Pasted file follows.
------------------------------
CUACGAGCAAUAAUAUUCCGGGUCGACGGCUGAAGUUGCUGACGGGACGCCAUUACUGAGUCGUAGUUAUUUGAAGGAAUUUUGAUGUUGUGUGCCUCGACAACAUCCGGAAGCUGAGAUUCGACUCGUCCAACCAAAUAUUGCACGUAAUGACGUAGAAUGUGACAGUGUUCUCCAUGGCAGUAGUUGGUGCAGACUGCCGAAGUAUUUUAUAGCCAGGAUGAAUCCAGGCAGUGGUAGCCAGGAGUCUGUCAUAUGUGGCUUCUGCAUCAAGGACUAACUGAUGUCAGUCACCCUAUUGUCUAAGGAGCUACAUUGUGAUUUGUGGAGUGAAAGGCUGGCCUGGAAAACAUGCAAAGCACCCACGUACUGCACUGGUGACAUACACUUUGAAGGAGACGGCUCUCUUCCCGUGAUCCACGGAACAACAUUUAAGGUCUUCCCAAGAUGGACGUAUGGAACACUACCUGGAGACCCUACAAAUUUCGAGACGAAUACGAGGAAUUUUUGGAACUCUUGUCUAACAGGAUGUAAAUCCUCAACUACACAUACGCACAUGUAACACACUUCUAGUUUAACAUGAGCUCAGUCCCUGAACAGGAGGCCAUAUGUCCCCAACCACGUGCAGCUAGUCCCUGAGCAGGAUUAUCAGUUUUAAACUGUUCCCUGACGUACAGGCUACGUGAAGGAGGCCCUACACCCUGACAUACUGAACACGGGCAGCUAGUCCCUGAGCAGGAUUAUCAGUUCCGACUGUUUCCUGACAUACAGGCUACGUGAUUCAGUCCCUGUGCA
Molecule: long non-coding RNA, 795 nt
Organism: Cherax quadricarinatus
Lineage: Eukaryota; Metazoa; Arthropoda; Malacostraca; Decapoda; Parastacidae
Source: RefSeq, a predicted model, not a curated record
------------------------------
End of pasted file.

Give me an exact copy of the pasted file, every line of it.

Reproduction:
CUACGAGCAAUAAUAUUCCGGGUCGACGGCUGAAGUUGCUGACGGGACGCCAUUACUGAGUCGUAGUUAUUUGAAGGAAUUUUGAUGUUGUGUGCCUCGACAACAUCCGGAAGCUGAGAUUCGACUCGUCCAACCAAAUAUUGCACGUAAUGACGUAGAAUGUGACAGUGUUCUCCAUGGCAGUAGUUGGUGCAGACUGCCGAAGUAUUUUAUAGCCAGGAUGAAUCCAGGCAGUGGUAGCCAGGAGUCUGUCAUAUGUGGCUUCUGCAUCAAGGACUAACUGAUGUCAGUCACCCUAUUGUCUAAGGAGCUACAUUGUGAUUUGUGGAGUGAAAGGCUGGCCUGGAAAACAUGCAAAGCACCCACGUACUGCACUGGUGACAUACACUUUGAAGGAGACGGCUCUCUUCCCGUGAUCCACGGAACAACAUUUAAGGUCUUCCCAAGAUGGACGUAUGGAACACUACCUGGAGACCCUACAAAUUUCGAGACGAAUACGAGGAAUUUUUGGAACUCUUGUCUAACAGGAUGUAAAUCCUCAACUACACAUACGCACAUGUAACACACUUCUAGUUUAACAUGAGCUCAGUCCCUGAACAGGAGGCCAUAUGUCCCCAACCACGUGCAGCUAGUCCCUGAGCAGGAUUAUCAGUUUUAAACUGUUCCCUGACGUACAGGCUACGUGAAGGAGGCCCUACACCCUGACAUACUGAACACGGGCAGCUAGUCCCUGAGCAGGAUUAUCAGUUCCGACUGUUUCCUGACAUACAGGCUACGUGAUUCAGUCCCUGUGCA
Molecule: long non-coding RNA, 795 nt
Organism: Cherax quadricarinatus
Lineage: Eukaryota; Metazoa; Arthropoda; Malacostraca; Decapoda; Parastacidae
Source: RefSeq, a predicted model, not a curated record